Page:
Posts in category 'Blog André de Waal'
Coaching is defined as ‘the act of training and supporting employees.’ HPO managers coach their employees by being supportive, facilitating them, protecting them from outside interference, and by being available for them when needed. They do not tell people how they should achieve their goals but do give them immediate and concrete feedback on their performance. An activity that managers can undertake to support their employees and that is related to coaching, is mentoring. Whereas coaching focuses on helping employees deal with activities in their current position, mentoring aims at the longer term. Mentoring should help employees develop to the next level in their career and therefore deals less or even not at all with ‘the here and now’ problems and issues. Also, the mentor does not have to be the direct supervisor of the employee as is the case with coaching. Often senior managers function as mentors, especially if the person mentored is a junior manager. Mentoring is therefore concerned with explicitly developing the competence and capacity in an individual in the context of a one-on-one relationship, where the mentor has a depth of expertise and experience in particular areas. Mentoring thus promotes personal growth and development and has an explicit professional development focus on building a career for the employee in a particular sector.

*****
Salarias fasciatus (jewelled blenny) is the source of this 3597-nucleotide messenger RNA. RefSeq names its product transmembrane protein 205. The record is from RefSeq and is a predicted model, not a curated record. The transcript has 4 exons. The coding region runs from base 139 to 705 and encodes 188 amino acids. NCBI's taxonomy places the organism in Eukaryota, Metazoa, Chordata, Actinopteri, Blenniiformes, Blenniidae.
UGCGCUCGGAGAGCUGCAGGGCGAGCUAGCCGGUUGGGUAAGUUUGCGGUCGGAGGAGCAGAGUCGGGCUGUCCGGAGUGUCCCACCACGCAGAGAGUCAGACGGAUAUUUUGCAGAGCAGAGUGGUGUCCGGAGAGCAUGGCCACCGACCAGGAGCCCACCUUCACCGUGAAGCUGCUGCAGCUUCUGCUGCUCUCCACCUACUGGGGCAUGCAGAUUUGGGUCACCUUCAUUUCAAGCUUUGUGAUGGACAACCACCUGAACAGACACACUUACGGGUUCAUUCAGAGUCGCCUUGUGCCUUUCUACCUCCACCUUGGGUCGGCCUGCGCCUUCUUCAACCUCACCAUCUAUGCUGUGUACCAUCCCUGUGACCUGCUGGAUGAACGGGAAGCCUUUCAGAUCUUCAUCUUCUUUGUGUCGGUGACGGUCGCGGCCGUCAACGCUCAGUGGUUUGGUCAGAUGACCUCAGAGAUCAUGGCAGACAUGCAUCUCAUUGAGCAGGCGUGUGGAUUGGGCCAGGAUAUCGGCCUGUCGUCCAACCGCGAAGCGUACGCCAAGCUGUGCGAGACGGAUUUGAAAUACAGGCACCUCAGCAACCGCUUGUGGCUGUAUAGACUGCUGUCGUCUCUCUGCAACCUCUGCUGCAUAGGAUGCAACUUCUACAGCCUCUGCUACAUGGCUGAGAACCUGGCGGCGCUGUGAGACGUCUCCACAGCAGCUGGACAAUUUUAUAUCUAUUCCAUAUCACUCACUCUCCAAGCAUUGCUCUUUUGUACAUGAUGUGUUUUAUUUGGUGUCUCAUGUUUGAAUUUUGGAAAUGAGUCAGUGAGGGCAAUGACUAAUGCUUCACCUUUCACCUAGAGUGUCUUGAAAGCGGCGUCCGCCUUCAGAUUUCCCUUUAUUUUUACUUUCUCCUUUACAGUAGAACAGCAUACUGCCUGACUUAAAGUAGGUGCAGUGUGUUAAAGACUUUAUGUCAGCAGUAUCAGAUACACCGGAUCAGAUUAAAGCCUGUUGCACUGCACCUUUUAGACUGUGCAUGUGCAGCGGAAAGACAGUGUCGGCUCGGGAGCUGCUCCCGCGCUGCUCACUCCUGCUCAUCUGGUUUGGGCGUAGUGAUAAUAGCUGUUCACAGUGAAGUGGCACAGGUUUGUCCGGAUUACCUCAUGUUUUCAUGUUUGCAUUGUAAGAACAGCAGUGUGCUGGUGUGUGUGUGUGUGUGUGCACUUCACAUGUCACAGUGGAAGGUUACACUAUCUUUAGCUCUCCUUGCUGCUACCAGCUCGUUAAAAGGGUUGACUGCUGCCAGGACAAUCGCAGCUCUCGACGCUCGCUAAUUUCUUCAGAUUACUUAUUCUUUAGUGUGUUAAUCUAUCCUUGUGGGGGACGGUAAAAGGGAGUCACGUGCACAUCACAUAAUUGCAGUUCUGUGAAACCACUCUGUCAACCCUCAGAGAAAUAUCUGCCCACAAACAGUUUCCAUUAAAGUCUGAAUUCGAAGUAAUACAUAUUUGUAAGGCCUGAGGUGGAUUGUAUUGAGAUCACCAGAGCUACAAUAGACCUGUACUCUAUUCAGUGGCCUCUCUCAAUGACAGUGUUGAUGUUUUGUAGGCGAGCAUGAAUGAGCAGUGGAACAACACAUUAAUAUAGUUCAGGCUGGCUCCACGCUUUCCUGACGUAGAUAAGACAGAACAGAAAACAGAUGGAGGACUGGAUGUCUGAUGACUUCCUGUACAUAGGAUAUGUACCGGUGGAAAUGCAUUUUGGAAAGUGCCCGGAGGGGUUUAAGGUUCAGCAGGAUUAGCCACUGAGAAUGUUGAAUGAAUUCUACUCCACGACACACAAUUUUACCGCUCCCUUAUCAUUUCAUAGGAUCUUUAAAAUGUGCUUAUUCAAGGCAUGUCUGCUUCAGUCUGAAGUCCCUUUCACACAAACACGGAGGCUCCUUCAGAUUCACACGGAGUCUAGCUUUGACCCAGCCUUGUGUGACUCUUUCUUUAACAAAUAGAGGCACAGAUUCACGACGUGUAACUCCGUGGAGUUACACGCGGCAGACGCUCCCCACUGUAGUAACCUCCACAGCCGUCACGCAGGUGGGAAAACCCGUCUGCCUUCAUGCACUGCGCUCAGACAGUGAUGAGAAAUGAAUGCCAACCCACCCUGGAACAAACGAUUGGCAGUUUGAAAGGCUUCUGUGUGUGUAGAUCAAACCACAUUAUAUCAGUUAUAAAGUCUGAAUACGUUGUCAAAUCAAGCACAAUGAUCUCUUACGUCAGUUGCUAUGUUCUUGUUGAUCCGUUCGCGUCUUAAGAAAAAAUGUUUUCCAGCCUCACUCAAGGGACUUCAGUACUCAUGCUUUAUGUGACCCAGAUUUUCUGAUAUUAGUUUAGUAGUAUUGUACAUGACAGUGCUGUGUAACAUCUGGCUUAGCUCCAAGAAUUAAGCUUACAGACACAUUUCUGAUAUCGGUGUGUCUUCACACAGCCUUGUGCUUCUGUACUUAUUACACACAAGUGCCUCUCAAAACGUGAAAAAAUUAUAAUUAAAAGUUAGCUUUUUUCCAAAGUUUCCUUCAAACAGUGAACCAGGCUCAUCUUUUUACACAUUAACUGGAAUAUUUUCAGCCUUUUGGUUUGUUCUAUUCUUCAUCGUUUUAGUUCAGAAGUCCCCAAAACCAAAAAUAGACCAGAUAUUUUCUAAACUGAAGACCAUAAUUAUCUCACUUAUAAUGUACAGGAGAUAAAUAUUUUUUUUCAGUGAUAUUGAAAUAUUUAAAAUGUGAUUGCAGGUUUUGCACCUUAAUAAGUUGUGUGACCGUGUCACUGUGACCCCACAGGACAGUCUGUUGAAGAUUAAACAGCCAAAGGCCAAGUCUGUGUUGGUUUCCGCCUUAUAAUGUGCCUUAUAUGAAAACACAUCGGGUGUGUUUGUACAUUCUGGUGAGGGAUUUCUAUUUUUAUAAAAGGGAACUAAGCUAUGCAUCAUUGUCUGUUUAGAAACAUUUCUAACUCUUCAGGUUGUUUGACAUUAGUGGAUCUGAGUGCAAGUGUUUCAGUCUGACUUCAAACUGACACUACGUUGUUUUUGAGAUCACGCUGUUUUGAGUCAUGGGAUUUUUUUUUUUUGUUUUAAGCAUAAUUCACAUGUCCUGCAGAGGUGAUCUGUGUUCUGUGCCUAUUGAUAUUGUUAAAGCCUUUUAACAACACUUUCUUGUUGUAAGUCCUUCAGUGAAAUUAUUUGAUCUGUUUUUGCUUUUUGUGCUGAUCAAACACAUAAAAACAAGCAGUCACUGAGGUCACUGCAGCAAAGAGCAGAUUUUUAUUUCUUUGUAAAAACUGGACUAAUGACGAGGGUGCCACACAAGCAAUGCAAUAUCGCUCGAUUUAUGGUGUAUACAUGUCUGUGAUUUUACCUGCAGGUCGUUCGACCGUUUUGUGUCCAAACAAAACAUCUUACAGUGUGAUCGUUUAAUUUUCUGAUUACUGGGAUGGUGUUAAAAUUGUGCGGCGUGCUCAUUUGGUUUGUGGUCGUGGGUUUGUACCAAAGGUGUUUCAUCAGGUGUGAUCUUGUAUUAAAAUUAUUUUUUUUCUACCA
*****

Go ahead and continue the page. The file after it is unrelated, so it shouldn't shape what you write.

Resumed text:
IDEAS TO GET STARTED ON EFFECTIVE COACHING Read More
Decision-making is defined as ‘the process of deciding, in which a conclusion or resolution is reached.’ Research has found managers basically use four decisionmaking styles:
- Decisive: a manager values action, speed, efficiency and consistency in decisionmaking and once a decision has been made he or she sticks to it and moves on to the next decision.
- Flexible: a manager values speed and adaptability, getting just enough information to choose a certain action and changing that decision when deviant information becomes available.
- Hierarchical: a manager values getting much information and first extensively analyzing that before making a decision that will be adhered to for a long time.
- Integrative: a manager values options and therefore taking broad decisions which leave many courses of action open. Read More
Integrity is defined as ‘moral uprightness.’ HPO managers show their integrity by having a strong set of ethics and standards according to which they live and practice business. They practice what they preach and walk the talk, thereby displaying behavioral consistency. Employees and colleagues see them because of that as being credible and consistent. In addition, HPO managers ensure that the values of the organization are maintained and valued by everybody, thus creating a morally intelligent organization. Finally, they do not try to win a popularity contest with employees and colleagues but treat everybody in the same way, always.
IDEAS TO GET STARTED TO FOSTER INTEGRITY IN THE ORGANIZATION
Integrity is, like trust, a characteristic that is difficult to improve. It seems you either have it or you don’t. However, you can start creating an environment of integrity by doing the following: Read More